Monday, 9 June 2014

Passion: When Capability isn't Enough

Arousing great desire
Passion can be defined in a number of ways. It is derived from late Latin 'pati' meaning to 'suffer' and was chiefly a term in Christian theology. Its modern meanings range from 'strong and barely controllable emotion', 'a state or outburst of strong emotion', 'intense sexual love', to 'an intense desire or enthusiasm for something' or 'a thing arousing great enthusiasm'.

With these in mind, Lucy Kellaway made some interesting observations in her FT column from Monday 9th June. She stated that the fashion for being 'passionate' about your work was actually undesirable and inappropriate. She explained that 'passion' was mere language inflation and, occasionally, an excuse for work place histrionics. Instead of passion, she suggests that employers should instead call for enthusiasm, conscientiousness and motivation. This state should be left for religious festivals and sexual activity, and most definitely out of the photocopy room.

Her article was timely. Due to my experiences on holiday I was thinking about job 'passion' and they overlap with some of the points she raises. My travel companion and I were discussing the respective merits of the excursions we had enjoyed. There were two which illustrate my point and argue for the necessity of passion. One was an archaeological/museum visit and the other was a tour of a volcano island whose explosion had been responsible for the downfall of civilisations.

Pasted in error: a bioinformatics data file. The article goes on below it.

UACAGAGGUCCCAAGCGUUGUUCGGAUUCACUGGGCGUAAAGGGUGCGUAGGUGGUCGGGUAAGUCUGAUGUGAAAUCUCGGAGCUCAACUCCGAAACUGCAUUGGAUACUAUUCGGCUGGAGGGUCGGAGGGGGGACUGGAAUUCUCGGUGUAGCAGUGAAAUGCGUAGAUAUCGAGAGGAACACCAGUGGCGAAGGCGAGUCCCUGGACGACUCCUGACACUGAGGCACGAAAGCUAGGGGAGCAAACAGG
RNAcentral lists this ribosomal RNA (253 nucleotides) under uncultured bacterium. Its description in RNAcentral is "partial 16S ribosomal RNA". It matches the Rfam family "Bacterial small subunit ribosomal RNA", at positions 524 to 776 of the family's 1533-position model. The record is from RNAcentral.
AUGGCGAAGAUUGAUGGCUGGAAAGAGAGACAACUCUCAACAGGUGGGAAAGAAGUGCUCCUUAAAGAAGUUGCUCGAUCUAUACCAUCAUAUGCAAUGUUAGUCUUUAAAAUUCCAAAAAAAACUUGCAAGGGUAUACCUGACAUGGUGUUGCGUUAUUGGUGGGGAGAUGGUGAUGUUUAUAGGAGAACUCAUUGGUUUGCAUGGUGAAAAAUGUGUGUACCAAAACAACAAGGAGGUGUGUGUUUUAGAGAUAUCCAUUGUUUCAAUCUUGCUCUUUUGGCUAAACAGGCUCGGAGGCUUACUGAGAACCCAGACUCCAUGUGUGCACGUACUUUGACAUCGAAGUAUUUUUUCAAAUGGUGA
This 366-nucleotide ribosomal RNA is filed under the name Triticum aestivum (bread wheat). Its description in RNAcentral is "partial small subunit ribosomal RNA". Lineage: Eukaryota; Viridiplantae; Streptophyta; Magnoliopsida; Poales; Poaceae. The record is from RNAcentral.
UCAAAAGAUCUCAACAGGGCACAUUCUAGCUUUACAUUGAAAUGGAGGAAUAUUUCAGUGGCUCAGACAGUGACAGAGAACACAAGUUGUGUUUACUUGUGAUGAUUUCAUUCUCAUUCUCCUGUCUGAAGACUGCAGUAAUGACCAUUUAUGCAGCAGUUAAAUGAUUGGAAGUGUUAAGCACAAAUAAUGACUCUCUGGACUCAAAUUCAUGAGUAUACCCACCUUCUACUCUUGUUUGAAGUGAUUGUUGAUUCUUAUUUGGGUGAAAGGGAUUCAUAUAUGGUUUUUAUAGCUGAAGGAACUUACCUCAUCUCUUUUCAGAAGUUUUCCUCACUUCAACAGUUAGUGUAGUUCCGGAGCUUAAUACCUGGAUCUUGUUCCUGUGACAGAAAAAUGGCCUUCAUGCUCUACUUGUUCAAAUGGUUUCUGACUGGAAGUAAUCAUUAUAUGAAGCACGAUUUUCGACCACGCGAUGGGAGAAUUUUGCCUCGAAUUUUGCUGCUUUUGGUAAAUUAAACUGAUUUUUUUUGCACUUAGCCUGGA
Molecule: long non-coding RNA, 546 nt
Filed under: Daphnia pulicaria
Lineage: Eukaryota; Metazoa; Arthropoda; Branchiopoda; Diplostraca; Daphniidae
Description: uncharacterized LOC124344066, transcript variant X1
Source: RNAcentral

We rated them both highly, that goes without saying. However we came to the conclusion that on a guided tour, the quality of the leader is essential. Are they engaged and knowledgeable? Are they helpful and 'fresh'; are you made to feel that you are the first group that they are taking, or are you the last of a very long season?

What separates the best and worst guides would, I maintain, encourage Ms Kellaway to reassess the word 'passion' in a work context. The museum guide was engaging from the moment she started talking about the history of the island and its Bronze Age inhabitants. She transformed a potentially academic outing into something memorable. She fielded questions unrelated to the tour with knowledgeable confidence, and inspired an 11 year old to debate Greek gods with her. There was no doubt Kellaway would say she liked and cared about her job; she was motivated and conscientious but it was her passion for her birthplace which shone through and brought the archaeological remains to life. For each and every tour group, day after day.

On the other hand, there was the guide who took us around Santorini. Despite the fascinating geological subject matter this woman sounded like she was reciting football scores. I have never listened to a more boring presentation, whilst yearning for someone to make it interesting. There was no evidence of passion. Though Kellaway might argue that she was good at her job, or at least capable of herding large groups and providing a basic service to the tourist, she failed us.

Therefore, although I agree with Kellaway's inherent dislike of management speak and over inflated jargon, the notion of having a genuine passion for something or someone is very important. A job can be done without it and the employee will do well and be happy. But ultimately the employer is better off employing someone who has a passionate interest in the role because the customer can always tell the difference between someone going through the motions, and someone who is emotionally engaged and intensely enthusiastic about what they do.




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